The Filthy Truth by Andrew Dice Clay (with David Ritz)

The Diceman Cometh… back.

“I wanted to show the world that a comic could be as big as a rock star.”

There was a time in the late 80s when I swore that one day I’d see Andrew Dice Clay in concert. In those years he was everywhere–the raunchy hottest comedian around; his shows were rude, crude and lewd–the sort of comedian bound to offend someone. In fact, even saying that you were an Andrew Dice Clay fan raised eyebrows. No matter, I love a good laugh and my sense of humour has always been in the gutter.

the filthy truthIn spite of my intentions to one day attend a Diceman concert, it never happened. Most of Dice’s fans are aware of the ‘controversy’ that buried Dice’s career–Dice was slated to appear on SNL (yes, that supposedly cutting edge comedy programme) when one of the cast members boycotted the show. The boycott was joined by Sinead O’Connor, and then MTV slammed a lifetime ban (lifted in 2011) on Dice following the 1989 MTV awards (come on, if you make Dice a live prime-time TV presenter what the hell do you think is going to happen?) and then the Puritanism snowballed from there. Dice, at the top of his game and able to sell out tens of thousands of seats in minutes, suddenly became a hot PC potato. He disappeared, reappearing briefly in a sadly harnessed performance for a drab television sitcom.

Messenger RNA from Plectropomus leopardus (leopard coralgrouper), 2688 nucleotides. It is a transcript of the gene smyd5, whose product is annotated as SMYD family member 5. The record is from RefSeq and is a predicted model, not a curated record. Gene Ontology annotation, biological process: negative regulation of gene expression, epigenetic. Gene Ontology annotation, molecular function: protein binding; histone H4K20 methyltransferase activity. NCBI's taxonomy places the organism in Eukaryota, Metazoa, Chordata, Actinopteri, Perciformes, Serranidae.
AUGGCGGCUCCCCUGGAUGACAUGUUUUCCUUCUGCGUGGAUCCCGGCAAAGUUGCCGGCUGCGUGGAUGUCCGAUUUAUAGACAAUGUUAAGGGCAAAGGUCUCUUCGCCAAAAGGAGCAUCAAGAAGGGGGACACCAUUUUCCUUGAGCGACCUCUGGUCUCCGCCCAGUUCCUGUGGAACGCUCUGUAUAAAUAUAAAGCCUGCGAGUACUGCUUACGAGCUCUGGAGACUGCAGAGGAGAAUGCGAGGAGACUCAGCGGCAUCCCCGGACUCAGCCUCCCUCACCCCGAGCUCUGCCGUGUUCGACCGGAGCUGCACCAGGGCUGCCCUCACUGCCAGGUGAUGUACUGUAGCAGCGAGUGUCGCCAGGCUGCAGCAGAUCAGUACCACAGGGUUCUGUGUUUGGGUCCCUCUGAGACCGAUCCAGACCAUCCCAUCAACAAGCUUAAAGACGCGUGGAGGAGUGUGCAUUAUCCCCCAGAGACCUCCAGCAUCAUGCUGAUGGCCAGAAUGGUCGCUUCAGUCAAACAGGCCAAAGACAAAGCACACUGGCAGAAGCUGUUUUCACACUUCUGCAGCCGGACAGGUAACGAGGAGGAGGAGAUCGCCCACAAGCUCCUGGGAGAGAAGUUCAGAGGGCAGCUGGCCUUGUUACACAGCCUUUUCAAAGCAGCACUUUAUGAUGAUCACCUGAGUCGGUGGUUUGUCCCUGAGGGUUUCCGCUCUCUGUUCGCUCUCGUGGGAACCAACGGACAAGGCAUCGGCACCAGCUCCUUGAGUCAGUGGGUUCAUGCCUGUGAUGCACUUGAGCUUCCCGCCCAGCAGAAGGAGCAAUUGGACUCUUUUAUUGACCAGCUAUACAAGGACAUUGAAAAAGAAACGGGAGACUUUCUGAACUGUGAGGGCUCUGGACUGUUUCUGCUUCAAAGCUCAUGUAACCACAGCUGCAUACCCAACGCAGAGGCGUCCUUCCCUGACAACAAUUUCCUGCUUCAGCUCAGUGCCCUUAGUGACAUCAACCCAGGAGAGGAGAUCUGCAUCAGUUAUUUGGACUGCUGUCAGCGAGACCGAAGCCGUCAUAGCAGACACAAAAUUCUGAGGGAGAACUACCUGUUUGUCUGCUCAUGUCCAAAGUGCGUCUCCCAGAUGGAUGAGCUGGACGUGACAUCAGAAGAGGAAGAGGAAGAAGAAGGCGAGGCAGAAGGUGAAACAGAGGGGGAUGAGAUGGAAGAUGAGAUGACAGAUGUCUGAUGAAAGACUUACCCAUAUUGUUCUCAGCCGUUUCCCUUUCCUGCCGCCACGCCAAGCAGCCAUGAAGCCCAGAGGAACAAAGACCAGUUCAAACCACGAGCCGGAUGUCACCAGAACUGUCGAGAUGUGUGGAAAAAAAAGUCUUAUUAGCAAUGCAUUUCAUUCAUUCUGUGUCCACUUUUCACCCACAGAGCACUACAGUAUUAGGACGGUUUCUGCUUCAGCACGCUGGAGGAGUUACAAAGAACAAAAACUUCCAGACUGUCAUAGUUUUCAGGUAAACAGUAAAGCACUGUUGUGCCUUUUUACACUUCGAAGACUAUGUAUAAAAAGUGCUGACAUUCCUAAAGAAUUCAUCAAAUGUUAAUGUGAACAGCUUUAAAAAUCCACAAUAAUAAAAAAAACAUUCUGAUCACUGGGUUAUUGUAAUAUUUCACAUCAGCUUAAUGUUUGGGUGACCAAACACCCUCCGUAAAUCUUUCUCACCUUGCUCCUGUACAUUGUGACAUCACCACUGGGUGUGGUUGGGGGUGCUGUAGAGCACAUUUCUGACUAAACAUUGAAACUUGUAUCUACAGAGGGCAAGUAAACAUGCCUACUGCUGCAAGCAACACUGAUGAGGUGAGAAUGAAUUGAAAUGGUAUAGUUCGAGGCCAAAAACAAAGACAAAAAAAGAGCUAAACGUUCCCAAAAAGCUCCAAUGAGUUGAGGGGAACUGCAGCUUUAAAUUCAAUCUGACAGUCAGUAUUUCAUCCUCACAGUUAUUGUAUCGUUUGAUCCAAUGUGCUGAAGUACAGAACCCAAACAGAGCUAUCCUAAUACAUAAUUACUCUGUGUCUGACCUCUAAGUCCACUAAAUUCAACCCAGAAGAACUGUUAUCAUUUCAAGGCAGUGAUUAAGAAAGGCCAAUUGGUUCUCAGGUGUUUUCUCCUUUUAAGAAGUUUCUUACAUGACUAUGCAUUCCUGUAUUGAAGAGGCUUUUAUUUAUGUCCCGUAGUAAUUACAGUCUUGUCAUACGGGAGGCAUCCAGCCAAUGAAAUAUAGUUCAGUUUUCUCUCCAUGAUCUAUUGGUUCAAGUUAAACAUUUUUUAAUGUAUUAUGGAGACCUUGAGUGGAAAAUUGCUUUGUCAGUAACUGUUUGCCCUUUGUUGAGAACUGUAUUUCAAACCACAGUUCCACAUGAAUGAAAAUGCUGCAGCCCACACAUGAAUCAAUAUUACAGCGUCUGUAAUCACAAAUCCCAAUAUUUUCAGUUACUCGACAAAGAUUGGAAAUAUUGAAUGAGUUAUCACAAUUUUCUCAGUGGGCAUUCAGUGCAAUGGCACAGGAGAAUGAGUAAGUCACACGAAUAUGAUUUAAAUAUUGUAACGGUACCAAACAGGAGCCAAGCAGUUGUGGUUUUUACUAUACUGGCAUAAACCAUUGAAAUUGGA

Frankly, it was startling to see how Dice’s career was eviscerated practically overnight. William J Mann’s book Tinseltown documented the witchhunt that threw Fatty Arbuckle to the ‘moral reformers’ and ruined his career. Perhaps we could expect scapegoating in the 1920s–those days of imminent film censorship, but it is startling to see the same sort of thing occur again in the 90s. And let’s not forget that Fatty Arbuckle was accused of rape and murder before emerging, an innocent man, from no less than 3 trials. The most Andrew Dice Clay can be accused of is bad taste, and I bet he’d gladly admit it.

If the press didn’t understand that the Diceman was a character who amplified certain attitudes that millions of people had–not only amplified those attitudes but actually made fun of those attitudes by making fun of himself–then the press had its head up its ass.

I’ve missed Dice over the years, but I’ve had the occasional Dice Nostalgia Night with a rewatch of one of the many Dice concerts or even his cult film: The Adventures of Ford Fairlane, and I was delighted to see Dice in the role of a disgruntled ex-husband in Woody Allen’s 2013 film Blue Jasmine. Could this mean that the Diceman is back?….